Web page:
Suzhou (/sˈ/;[5] Chinese: 苏州; Suzhounese: [səu tsøʏ], Mandarin: [sú.ʈʂóu]), alternately romanized as Soochow, is a major city in southeastern Jiangsu Province of East China, its city center being 100 km (62 mi) west of that of Shanghai and outer suburbs of the two global hubs meet. It is a major economic center and focal point of trade and commerce, and Jiangsu's second-largest, surpassed by its capital Nanjing. The city's north waterfront is on a lower reach of the Yangtze whereas it has its more focal south-western waterfront on Lake Tai crossed by several waterways, its district belongs to the Yangtze River Delta region. Administratively, Suzhou is a prefecture-level city with a population of 4.33 million in the city proper, and a total resident population (as of 2013) of 10.58 million in its administrative area.[6][7] Its urban population grew at an unprecedented rate of 6.5% between 2000 and 2014, which is the highest among cities with more than 5 million people.[8][9]

Soochow, Sou-tseu
Skyline of Jinji Lake in 2020
Location in Jiangsu
Location of the city center in Jiangsu
Suzhou (Eastern China)
Suzhou (China)
Coordinates (Suzhou municipal government): 31°17′59″N 120°35′07″E
CountryPeople's Republic of China
County-level divisions11
Established514 BC
Municipal seatGusu District
  TypePrefecture-level city
  Party SecretaryLan Shaomin
  MayorLi Yaping
  Prefecture-level city8,488.42 km2 (3,277.40 sq mi)
  Land6,093.92 km2 (2,352.88 sq mi)
  Water2,394.50 km2 (924.52 sq mi)
2,743 km2 (1,059 sq mi)
  Prefecture-level city10,721,700
  Density1,300/km2 (3,300/sq mi)
Time zoneUTC+8 (Beijing Time)
Postal code
Area code(s)512
ISO 3166 codeCN-JS-05
GDP (2018)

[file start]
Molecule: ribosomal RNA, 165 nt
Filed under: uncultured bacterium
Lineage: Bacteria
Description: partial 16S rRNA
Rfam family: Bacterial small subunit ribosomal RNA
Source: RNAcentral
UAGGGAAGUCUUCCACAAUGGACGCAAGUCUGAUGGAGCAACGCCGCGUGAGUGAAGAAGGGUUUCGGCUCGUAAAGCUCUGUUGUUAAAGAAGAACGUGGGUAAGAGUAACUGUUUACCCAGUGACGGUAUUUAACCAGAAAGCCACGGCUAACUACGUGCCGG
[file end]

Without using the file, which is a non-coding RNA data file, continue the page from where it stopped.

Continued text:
• Total

CNY 1.86 trillion
USD $280.92 billion
PPP $528.42 billion

  • Per capita

CNY 174,129
USD $26,303
PPP $49,477

  • Growth: 7%
HDI (2015)0.868– very high[3]
City flowerOsmanthus
City treeCamphor laurel
Regional dialectWu: Suzhou dialect
License plate prefix苏E and 苏U[4]
"Suzhou" in Simplified (top) and Traditional (bottom) Chinese characters
Simplified Chinese苏州
Traditional Chinese蘇州

Founded in 514 BC, Suzhou has had a long and productive history. Local museums host abundant displays of its relics and many sites of historical interest exist. Around AD 100, during the Eastern Han Dynasty, it became one of the ten largest cities in the world mostly due to emigration from Northern China.[10][11] Since the 10th-century Song dynasty, it has been an important commercial center of China. During the Ming and Qing dynasties, Suzhou was a national economic, cultural, and commercial[12] center, as well as the largest non-capital city in the world, until the 1860 Taiping Rebellion.[13] When Li Hongzhang and Charles George Gordon recaptured the city three years later, Shanghai had already taken its predominant place in the nation.[14] Since major economic reforms began in 1978, Suzhou has become one of the fastest growing major cities in the world, with GDP growth rates of about 14% in the past 35 years.[6][15] With high life expectancy and per capita incomes, Suzhou's Human Development Index ratings is roughly comparable to a moderately developed country, making it one of the most highly developed and prosperous cities in China.[3]

Suzhou is also one of the top 50 major cities in the world by scientific research outputs as tracked by the Nature Index,[16] and home to multiple major universities in China,[17] including Soochow University, Suzhou University of Science and Technology and Changshu Institute of Technology.

The city's canals, stone bridges, pagodas, and meticulously designed gardens have contributed to its status as one of the top tourist attractions and liveable cities in China. The Classical Gardens of Suzhou were added to the list of the UNESCO World Heritage Sites in 1997 and 2000. Suzhou is often dubbed the "Venice of the East" or "Venice of China".[18][19][20]